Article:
CMMI Palliative Care Project

We have a piece in Health Affairs blog describing our Center for Medicare and Medicaid Innovation (CMMI) grant in Palliative Care. We are working with Four Seasons Hospice who is providing care in this model in Western, North Carolina and down into South Carolina. We will be receiving Medicare claims for the first two years of the project in the next month, so should have some sense of the cost before, during and after (most typically hospice election) the palliative care program.

The table below frames the policy landscape for Palliative Care financing in the Medicare program. A key part of the CMMI project will be to propose the outline of how Medicare payments should be changed to facilitate more provision of Palliative Care, including considering the development of an Alternative Payment Model (APM).

A key aspect of this discussion is what type of health care organization can provide all of the care encompassed in a Palliative Care Benefit, and how the creation of new payments approaches can be flexible across different types of local health care delivery markets.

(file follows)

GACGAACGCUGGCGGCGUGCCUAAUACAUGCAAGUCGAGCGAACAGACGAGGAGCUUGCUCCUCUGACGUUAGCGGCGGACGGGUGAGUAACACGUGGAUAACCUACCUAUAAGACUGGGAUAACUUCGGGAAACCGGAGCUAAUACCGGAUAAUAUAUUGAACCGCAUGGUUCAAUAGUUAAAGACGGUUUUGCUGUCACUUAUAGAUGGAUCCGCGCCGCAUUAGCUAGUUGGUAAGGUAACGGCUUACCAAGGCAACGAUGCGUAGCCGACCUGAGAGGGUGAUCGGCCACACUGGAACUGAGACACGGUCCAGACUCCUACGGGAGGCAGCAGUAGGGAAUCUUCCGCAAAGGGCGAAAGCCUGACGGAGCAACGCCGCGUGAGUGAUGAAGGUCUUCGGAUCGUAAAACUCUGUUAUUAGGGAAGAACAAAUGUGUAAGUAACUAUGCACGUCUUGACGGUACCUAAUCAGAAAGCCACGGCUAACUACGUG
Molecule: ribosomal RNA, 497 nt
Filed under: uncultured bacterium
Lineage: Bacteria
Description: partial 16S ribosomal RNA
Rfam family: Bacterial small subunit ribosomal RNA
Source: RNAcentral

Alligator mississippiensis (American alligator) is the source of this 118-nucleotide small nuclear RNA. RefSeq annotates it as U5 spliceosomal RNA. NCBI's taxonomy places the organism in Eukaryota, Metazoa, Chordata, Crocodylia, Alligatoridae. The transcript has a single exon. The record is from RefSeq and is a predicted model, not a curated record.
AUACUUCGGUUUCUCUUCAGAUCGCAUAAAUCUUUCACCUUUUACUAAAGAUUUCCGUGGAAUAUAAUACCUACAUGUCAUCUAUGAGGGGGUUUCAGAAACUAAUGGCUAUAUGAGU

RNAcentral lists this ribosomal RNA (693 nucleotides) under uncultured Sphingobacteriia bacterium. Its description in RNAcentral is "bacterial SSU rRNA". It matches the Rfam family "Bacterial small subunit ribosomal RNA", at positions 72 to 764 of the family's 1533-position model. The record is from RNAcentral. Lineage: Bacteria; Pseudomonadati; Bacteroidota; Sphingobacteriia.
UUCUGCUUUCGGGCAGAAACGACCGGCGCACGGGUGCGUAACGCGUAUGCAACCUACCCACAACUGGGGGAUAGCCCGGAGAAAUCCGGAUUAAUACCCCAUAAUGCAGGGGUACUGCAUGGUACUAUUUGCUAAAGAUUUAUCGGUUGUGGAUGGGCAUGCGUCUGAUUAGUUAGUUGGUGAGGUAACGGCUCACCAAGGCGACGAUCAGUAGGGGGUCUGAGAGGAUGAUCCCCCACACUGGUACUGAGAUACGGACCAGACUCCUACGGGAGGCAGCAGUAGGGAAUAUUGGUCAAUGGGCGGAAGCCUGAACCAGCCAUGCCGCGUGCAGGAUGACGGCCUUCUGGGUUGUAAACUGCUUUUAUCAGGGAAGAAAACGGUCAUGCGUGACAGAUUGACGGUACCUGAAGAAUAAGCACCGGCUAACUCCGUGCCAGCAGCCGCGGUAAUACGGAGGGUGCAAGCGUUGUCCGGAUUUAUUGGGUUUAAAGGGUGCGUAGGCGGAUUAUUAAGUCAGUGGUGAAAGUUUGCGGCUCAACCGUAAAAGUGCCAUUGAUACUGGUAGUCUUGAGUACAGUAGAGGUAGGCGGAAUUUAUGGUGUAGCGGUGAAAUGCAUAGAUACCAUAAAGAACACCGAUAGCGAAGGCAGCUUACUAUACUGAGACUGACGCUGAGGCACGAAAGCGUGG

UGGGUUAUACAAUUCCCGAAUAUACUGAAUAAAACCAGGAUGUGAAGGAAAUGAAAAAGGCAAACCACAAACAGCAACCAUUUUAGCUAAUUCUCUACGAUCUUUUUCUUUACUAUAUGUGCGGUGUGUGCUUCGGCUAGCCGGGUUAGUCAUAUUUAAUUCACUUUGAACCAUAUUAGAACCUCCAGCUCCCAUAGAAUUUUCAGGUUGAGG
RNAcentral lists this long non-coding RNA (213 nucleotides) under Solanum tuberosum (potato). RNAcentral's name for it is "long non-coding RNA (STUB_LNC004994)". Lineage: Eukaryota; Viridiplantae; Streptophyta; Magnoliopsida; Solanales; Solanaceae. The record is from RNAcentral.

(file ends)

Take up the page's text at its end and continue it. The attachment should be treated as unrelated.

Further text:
Table 1. Policy Landscape For Financing Palliative Care Services At End Of Life In Medicare

Medicare Benefit
Part A
Hospital Insurance
Part B
Physician Services
(Medical Insurance)
Part C
Commercial Medicare Advantage
Part D
Prescription Drug Coverage
Financing Trust Fund payroll tax and other sources Premiums with deductibles and general revenue (income tax) Commercial premiums with deductibles General revenue (income tax) & premiums with state contributions
Services Hospital, skilled nursing, long-term care, hospice Doctor visits, lab services, durable medical equipment, therapy Private A + B + (D) + additional benefits
• 30 percent population
• Hospice carved out
Prescription drugs
Cost triggers Reduce unnecessary utilization Increase care coordination and goals of care Unknown; unavailable claims for research Symptom management outlay vs. curative
Current movement Hospice “two-tiered” payments with service intensity last seven days Advanced Care Planning CPT codes